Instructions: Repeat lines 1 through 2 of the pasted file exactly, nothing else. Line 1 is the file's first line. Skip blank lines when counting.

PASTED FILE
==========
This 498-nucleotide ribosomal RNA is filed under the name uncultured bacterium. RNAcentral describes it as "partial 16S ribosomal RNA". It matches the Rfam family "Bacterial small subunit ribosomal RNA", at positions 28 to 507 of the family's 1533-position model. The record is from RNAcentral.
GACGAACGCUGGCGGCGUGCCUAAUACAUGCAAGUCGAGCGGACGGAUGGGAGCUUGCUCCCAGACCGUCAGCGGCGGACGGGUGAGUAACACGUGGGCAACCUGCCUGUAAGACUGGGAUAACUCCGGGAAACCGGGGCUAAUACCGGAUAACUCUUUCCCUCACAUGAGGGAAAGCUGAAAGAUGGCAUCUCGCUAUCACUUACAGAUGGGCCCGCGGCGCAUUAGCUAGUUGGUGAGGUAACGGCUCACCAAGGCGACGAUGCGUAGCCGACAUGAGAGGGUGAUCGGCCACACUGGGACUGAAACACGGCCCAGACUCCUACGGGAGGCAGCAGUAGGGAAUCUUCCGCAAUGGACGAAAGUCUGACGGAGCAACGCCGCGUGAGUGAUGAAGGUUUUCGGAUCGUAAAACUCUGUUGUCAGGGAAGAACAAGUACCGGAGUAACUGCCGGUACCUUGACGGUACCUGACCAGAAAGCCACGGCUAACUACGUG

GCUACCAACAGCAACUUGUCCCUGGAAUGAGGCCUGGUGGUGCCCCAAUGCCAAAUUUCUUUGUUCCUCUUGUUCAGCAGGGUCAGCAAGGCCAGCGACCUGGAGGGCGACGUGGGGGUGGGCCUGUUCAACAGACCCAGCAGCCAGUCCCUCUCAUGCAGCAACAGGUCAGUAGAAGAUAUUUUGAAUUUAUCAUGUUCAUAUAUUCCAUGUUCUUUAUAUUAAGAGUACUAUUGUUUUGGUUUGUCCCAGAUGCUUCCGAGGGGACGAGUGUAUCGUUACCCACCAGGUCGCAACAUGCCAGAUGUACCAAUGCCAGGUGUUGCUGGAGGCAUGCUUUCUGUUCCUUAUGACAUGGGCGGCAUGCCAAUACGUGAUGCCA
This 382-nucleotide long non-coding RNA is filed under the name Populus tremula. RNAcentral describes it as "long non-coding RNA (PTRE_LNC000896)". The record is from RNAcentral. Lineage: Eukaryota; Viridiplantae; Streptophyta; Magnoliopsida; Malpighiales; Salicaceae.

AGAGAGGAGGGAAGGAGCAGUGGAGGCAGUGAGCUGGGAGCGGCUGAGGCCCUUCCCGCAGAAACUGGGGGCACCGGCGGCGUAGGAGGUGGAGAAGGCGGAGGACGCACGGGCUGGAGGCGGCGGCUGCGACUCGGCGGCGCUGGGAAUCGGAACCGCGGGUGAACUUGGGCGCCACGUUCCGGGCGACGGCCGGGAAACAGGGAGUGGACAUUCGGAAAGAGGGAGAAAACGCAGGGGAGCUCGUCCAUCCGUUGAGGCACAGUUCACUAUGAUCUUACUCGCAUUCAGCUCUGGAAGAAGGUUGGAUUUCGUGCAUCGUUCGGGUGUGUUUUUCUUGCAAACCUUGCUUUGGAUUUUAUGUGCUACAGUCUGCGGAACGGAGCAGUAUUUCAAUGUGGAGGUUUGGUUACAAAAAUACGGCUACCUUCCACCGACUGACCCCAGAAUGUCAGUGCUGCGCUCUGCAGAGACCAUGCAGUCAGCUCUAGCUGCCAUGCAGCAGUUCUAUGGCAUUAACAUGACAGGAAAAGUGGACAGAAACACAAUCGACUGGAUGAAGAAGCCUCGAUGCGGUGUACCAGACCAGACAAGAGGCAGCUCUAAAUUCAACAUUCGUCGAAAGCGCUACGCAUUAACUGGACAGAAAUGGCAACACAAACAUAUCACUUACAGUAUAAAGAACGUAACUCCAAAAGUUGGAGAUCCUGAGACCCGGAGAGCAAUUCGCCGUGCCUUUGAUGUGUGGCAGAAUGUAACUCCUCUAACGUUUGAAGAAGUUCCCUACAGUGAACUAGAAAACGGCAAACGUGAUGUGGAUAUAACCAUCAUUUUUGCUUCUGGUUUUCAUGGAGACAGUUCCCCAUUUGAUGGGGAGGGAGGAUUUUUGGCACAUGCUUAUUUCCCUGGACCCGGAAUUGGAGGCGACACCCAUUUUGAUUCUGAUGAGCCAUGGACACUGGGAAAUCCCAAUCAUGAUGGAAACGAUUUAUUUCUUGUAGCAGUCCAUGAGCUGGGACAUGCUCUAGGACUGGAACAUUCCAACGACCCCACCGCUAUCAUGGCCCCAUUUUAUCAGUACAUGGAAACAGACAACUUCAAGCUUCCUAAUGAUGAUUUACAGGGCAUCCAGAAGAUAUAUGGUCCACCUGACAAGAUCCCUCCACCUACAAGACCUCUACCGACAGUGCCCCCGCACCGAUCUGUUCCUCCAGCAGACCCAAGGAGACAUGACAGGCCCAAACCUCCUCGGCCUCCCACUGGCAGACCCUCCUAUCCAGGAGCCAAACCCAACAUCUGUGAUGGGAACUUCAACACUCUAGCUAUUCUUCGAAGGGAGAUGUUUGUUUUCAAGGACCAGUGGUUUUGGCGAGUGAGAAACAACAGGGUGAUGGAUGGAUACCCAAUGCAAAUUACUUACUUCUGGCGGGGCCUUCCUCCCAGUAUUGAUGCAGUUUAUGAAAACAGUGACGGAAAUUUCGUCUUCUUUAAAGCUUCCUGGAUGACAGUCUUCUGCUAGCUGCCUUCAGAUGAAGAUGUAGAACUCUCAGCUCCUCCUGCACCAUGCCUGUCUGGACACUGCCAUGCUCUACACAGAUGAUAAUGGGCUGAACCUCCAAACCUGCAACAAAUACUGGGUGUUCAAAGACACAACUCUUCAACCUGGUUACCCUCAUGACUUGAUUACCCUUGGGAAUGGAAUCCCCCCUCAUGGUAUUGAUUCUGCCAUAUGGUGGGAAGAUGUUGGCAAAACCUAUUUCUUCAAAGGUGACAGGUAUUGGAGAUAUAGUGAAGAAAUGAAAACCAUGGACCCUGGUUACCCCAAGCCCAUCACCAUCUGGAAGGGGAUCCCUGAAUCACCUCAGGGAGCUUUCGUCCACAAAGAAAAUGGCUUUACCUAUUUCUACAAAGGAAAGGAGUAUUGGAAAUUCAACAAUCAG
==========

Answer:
This 498-nucleotide ribosomal RNA is filed under the name uncultured bacterium. RNAcentral describes it as "partial 16S ribosomal RNA". It matches the Rfam family "Bacterial small subunit ribosomal RNA", at positions 28 to 507 of the family's 1533-position model. The record is from RNAcentral.
GACGAACGCUGGCGGCGUGCCUAAUACAUGCAAGUCGAGCGGACGGAUGGGAGCUUGCUCCCAGACCGUCAGCGGCGGACGGGUGAGUAACACGUGGGCAACCUGCCUGUAAGACUGGGAUAACUCCGGGAAACCGGGGCUAAUACCGGAUAACUCUUUCCCUCACAUGAGGGAAAGCUGAAAGAUGGCAUCUCGCUAUCACUUACAGAUGGGCCCGCGGCGCAUUAGCUAGUUGGUGAGGUAACGGCUCACCAAGGCGACGAUGCGUAGCCGACAUGAGAGGGUGAUCGGCCACACUGGGACUGAAACACGGCCCAGACUCCUACGGGAGGCAGCAGUAGGGAAUCUUCCGCAAUGGACGAAAGUCUGACGGAGCAACGCCGCGUGAGUGAUGAAGGUUUUCGGAUCGUAAAACUCUGUUGUCAGGGAAGAACAAGUACCGGAGUAACUGCCGGUACCUUGACGGUACCUGACCAGAAAGCCACGGCUAACUACGUG